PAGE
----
Gonbad-e Ali is another wonderful spot for sight-seeing. It is an octagonal funerary tower made of stone, dating back to the Dylamlyan period in the fifth century AD, and considered as a fine example of Iranian historical architecture.
Unlike other funerary towers of this sort that are made from bricks, Gonbad-e Aali is made entirely of stones! Although the date of its construction is known, the design resembles a much older style of architecture.
The structure is made entirely of stones that are held together by sarooj. The tower structure is topped off by a unique helmet-shaped dome. Connecting the dome to the body of the building, three layers of very delicate Muqarnas plasterwork beautifully line the exterior. The Muqarnas cornices, here, are the oldest known of its kind in Iran.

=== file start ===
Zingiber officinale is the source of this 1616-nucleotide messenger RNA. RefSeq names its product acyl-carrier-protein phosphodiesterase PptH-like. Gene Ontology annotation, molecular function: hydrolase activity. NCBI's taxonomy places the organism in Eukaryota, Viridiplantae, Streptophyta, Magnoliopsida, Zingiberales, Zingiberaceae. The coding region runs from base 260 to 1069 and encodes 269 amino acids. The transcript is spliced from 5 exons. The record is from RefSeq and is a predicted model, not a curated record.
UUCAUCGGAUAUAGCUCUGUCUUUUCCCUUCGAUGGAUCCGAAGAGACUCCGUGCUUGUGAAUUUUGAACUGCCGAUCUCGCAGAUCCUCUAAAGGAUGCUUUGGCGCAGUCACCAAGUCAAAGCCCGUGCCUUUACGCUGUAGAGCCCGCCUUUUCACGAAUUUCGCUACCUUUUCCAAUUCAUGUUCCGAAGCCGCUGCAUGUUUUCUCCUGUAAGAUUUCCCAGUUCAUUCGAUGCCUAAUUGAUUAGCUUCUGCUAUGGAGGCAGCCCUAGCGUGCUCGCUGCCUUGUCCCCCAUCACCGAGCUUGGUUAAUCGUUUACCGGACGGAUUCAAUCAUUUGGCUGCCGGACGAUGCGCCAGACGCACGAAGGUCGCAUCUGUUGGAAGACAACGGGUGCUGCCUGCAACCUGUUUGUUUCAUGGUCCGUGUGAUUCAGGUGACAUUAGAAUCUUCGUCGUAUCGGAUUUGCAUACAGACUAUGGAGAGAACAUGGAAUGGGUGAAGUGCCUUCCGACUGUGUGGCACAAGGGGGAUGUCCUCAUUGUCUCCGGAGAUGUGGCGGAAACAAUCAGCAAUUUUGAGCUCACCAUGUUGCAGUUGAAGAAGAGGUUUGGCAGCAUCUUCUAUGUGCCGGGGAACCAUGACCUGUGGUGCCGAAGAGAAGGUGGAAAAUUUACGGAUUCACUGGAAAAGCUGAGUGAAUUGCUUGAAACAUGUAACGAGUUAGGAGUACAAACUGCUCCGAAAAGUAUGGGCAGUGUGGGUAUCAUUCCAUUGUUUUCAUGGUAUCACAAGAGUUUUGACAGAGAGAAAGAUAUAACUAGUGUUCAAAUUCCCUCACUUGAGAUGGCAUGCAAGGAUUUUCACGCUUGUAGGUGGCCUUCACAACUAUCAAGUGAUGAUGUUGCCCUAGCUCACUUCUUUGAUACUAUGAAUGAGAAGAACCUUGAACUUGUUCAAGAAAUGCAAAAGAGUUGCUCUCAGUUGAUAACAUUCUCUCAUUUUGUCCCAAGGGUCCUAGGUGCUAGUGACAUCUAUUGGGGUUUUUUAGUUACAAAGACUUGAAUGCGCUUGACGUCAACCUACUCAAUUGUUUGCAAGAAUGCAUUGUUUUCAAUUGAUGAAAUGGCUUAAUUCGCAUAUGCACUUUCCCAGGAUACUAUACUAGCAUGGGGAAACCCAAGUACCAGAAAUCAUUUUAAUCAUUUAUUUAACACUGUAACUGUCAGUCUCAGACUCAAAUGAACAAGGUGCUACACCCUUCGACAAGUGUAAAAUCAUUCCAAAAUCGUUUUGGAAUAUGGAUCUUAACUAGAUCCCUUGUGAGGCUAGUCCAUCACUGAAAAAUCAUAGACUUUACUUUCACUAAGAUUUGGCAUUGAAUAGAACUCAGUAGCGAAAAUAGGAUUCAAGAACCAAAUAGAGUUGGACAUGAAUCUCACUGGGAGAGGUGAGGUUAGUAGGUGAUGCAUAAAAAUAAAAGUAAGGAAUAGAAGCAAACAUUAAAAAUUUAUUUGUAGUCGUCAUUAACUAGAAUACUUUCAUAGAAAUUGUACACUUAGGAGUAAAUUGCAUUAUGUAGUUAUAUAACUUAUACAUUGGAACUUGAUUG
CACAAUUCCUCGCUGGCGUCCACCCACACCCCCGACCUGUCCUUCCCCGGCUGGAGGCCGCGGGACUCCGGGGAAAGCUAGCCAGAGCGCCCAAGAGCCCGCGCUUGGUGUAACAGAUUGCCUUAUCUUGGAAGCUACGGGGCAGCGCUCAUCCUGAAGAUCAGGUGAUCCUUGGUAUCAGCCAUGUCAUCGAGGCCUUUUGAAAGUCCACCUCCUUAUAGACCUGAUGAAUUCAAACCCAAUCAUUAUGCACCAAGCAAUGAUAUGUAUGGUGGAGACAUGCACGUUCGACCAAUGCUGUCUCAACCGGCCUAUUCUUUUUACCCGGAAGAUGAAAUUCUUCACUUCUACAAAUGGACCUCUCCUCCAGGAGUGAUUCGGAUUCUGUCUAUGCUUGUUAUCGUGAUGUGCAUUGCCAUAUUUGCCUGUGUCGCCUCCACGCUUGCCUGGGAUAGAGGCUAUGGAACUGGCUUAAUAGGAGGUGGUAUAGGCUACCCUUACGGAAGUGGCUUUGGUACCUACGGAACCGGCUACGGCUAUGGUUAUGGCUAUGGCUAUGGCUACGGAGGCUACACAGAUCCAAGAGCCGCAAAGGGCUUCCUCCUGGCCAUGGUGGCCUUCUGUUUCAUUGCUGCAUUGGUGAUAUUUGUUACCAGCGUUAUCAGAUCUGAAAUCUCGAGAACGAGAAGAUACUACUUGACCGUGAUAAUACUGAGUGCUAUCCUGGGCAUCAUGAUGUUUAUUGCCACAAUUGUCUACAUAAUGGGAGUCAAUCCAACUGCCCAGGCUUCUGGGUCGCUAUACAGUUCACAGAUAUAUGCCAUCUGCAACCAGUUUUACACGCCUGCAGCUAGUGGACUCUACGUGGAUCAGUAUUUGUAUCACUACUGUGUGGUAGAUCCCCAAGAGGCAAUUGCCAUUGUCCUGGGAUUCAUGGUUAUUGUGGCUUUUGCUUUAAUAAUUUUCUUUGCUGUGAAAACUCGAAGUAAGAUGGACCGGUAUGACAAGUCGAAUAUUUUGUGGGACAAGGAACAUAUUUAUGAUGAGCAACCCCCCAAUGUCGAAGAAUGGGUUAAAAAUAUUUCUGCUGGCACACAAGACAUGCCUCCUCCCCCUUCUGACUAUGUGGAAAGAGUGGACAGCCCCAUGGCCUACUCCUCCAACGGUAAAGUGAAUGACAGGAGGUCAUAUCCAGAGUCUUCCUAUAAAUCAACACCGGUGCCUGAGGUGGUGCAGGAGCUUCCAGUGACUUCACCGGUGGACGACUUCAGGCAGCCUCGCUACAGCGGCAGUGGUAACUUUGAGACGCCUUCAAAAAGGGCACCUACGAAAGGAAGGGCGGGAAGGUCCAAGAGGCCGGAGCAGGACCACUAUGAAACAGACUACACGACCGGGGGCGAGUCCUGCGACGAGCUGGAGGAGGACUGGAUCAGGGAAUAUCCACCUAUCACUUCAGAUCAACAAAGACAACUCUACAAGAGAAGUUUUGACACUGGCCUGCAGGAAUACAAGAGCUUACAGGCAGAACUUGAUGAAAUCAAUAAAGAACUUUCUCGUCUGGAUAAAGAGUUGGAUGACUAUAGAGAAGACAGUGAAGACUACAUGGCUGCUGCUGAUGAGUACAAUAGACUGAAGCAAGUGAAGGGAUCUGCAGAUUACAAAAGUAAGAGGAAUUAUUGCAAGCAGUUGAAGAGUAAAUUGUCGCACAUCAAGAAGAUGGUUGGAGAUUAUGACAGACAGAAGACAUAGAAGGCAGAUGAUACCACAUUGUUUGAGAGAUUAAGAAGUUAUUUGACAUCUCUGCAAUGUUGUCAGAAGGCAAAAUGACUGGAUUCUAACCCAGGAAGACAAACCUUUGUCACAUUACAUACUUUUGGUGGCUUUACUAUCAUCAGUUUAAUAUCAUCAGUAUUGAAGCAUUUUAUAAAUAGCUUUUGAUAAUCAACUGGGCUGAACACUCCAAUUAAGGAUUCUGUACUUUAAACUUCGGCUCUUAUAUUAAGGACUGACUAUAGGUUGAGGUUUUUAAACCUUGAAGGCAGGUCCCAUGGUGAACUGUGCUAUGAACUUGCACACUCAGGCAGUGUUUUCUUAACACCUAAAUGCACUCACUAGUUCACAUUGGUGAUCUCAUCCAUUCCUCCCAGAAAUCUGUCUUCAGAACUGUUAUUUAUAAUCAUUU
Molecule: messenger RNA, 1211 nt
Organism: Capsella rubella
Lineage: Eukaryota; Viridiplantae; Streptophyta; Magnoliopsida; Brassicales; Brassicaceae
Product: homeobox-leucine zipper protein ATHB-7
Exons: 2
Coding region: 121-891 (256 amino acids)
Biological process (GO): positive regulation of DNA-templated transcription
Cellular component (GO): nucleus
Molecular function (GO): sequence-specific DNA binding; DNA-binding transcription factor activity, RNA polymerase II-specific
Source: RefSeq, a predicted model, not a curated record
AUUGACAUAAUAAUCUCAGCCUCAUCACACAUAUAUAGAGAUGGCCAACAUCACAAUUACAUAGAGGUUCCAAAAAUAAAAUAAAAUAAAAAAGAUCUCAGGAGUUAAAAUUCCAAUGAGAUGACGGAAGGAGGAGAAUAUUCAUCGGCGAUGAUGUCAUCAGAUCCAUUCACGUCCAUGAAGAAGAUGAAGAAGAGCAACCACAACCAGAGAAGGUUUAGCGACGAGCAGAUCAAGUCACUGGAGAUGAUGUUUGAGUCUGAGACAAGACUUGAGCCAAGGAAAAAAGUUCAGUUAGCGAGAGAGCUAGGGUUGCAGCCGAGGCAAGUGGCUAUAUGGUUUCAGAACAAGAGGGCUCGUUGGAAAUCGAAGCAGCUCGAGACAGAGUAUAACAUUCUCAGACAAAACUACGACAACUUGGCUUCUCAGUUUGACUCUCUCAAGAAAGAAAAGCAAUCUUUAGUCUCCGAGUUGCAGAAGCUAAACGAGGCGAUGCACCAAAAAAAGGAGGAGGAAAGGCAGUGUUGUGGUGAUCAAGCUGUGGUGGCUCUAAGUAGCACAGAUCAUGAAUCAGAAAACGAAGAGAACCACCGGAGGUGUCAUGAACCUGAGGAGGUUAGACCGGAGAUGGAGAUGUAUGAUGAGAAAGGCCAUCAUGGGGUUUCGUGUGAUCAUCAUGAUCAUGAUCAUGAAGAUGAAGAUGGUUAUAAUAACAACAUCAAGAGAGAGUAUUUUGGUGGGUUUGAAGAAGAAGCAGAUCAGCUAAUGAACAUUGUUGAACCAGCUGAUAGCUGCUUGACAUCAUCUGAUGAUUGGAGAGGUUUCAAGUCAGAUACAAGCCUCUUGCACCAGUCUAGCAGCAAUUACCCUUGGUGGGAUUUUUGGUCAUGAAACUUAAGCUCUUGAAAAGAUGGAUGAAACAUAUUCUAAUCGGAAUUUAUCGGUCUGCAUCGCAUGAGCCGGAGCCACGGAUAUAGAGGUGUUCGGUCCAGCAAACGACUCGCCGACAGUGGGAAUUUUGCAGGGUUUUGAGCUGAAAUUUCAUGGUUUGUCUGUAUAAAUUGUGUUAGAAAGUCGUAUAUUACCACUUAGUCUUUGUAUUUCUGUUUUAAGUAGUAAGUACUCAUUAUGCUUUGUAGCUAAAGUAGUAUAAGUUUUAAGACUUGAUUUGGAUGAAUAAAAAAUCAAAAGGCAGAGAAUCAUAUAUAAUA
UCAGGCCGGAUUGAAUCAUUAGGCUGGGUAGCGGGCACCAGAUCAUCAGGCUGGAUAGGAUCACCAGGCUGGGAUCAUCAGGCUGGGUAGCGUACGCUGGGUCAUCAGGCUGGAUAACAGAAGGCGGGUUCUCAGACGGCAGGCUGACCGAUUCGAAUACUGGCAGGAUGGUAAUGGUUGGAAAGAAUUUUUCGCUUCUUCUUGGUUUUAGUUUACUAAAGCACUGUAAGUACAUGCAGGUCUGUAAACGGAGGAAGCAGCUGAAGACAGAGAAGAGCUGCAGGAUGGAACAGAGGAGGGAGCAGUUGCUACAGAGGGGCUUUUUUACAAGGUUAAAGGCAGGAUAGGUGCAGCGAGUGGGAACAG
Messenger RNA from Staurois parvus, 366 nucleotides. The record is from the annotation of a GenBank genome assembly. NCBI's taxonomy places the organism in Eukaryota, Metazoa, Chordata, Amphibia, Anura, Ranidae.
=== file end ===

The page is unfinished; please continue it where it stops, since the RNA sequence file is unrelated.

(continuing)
Just below that, is a band of Kufic calligraphy, inscribed with raised bricks. They tell about the Gonbad-e Aali and it is the tomb of a local ruler from the Dylamian Dynasty. Being from the Seljuq Era, the funerary tower is over a thousand years old now! This makes it a part of Iran’s antiquated history and the building block of the Iranian culture.
The octagonal structure is coming out from a thick square-base. Each wall of the building is approximately 5.5 meters wide. The structure, including the dome, is 22 meters high and the base it’s perched upon is two meters high.
All of Gonbad-e Aali, except for the Kufic inscriptions and the muqarnas cornices, is plain stone. Simple in its design, the mighty tower is not to be taken lightly. Its strong stature has withstood the test of time, allowing for the memory of the buried Dylamian ruler to stay alive!